We love finding commonality with government agencies, perhaps we are truly entering a golden age!
The Centers for Disease Control and Prevention files this under parenting “essentials“:
- Identify the family rules
- Explain the rules
- Follow the rules
- Use consequences for not following the rules
The CDC also recommends “For young children, focus on only two or three of the most important rules at any one time.” What are the two or three rules in your home?
A household adhering to the NAP starts with “No aggression”. This means no initiation of force against persons or property (plus the ‘threats and fraud’ addendum).
As far as “rules for children”, we’re on familiar ground. Google “family / house rules”. Most will include minor variations on “No lying, no hitting/hurting, and ask permission to use something that doesn’t belong to you.” That’s the NAP.
The CDC recommends having consequences for not following the rules. (If there are no consequences for breaking a rule, can it be said that there is a rule at all?) But the CDC also reminds us that family rules are for everyone in the family! What a concept! It’s important that parents demonstrate to their children that there are consequences if the parents lie, cheat, steal, or initiate physical force. We want our kids to know that we take these things seriously, and that we hold ourselves accountable to our declared standards of behavior.
If the child is lying or hurting people physically, we seek an apology, restitution, we re-discuss and clarify the rules, figure out what went wrong, and help them commit to better decisions in the future. If we lie to our children, if we hurt our children, or resort to the initiation of force to gain compliance, should we not follow the same protocol? How do we hold ourselves accountable? Start by answering these questions with your partner/spouse, and share this discovery process with your children to build trust and add to the culture of accountability. What is love, after all, without trust, accountability, fidelity to shared principles?
From the Constitution to Bastiat, Aristotle to Jesus, and now the CDC, this idea is only getting stronger as we evolve: that humans are equal, have equal rights, and that simply means the rules apply to everyone.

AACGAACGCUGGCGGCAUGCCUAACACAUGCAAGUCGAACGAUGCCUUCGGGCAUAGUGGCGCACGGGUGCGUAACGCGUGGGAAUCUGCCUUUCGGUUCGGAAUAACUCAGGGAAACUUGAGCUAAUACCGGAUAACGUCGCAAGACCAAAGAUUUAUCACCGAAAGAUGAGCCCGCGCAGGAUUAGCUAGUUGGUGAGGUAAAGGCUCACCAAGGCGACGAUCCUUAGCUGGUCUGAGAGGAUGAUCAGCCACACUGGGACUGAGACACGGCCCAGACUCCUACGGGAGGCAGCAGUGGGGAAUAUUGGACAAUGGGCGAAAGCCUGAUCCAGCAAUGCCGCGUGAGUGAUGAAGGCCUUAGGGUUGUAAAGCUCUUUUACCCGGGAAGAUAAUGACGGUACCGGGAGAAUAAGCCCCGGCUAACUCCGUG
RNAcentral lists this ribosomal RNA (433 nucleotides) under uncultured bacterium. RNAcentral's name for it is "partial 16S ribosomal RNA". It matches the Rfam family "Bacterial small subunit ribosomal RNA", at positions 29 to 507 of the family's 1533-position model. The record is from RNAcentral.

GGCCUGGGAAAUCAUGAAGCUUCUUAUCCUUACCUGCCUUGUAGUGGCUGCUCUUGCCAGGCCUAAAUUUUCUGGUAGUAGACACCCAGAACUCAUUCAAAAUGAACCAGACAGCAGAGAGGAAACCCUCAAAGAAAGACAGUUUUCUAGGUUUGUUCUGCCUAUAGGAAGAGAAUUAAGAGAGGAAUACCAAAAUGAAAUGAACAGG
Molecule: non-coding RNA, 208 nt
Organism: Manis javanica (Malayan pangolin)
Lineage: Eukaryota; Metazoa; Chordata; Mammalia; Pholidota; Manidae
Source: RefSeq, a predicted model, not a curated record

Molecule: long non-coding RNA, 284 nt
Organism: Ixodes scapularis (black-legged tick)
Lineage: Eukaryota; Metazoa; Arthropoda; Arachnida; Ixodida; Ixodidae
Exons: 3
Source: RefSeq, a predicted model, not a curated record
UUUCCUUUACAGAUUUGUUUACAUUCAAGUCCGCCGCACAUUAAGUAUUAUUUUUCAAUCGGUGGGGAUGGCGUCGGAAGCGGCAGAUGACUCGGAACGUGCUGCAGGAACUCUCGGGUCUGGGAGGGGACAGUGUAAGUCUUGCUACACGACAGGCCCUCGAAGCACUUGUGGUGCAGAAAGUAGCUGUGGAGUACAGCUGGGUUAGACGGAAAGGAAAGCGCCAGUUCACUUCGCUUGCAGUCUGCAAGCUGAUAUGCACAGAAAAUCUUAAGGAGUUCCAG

More from the CDC:
All family members should follow the family rules, given they are “family” rules. Young children learn a lot about what is expected by watching the adults in their lives. This means they look to their parents to know how to behave. For example, if you are respectful and listen to other adults, you can teach your child to listen to adults.
Your child’s behavior will be better if all caregivers support the rules in the same way. This is true for parents, grandparents, or any other caregivers in your child’s life.
When family rules are always enforced, your child’s behavior and your relationship will be better. Family rules should receive an immediate response when broken. Consequences for breaking family rules should be clear to the parent and child.
There are several steps that can help all family members be consistent.
- Parents can talk about what rules would help their family and agree which ones to set.
- Parents can post the rules in the house so everyone can know them.
- Parents can have conversations with other adults who care for their children about the rules. This helps make sure everyone knows what is allowed and not allowed.
- Parents can ask all caregivers to be consistent in monitoring and enforcing the rules.
- Parents can remind children about the rules. Repeating the rules and posting them in the home are all good ways to remind children of the rules.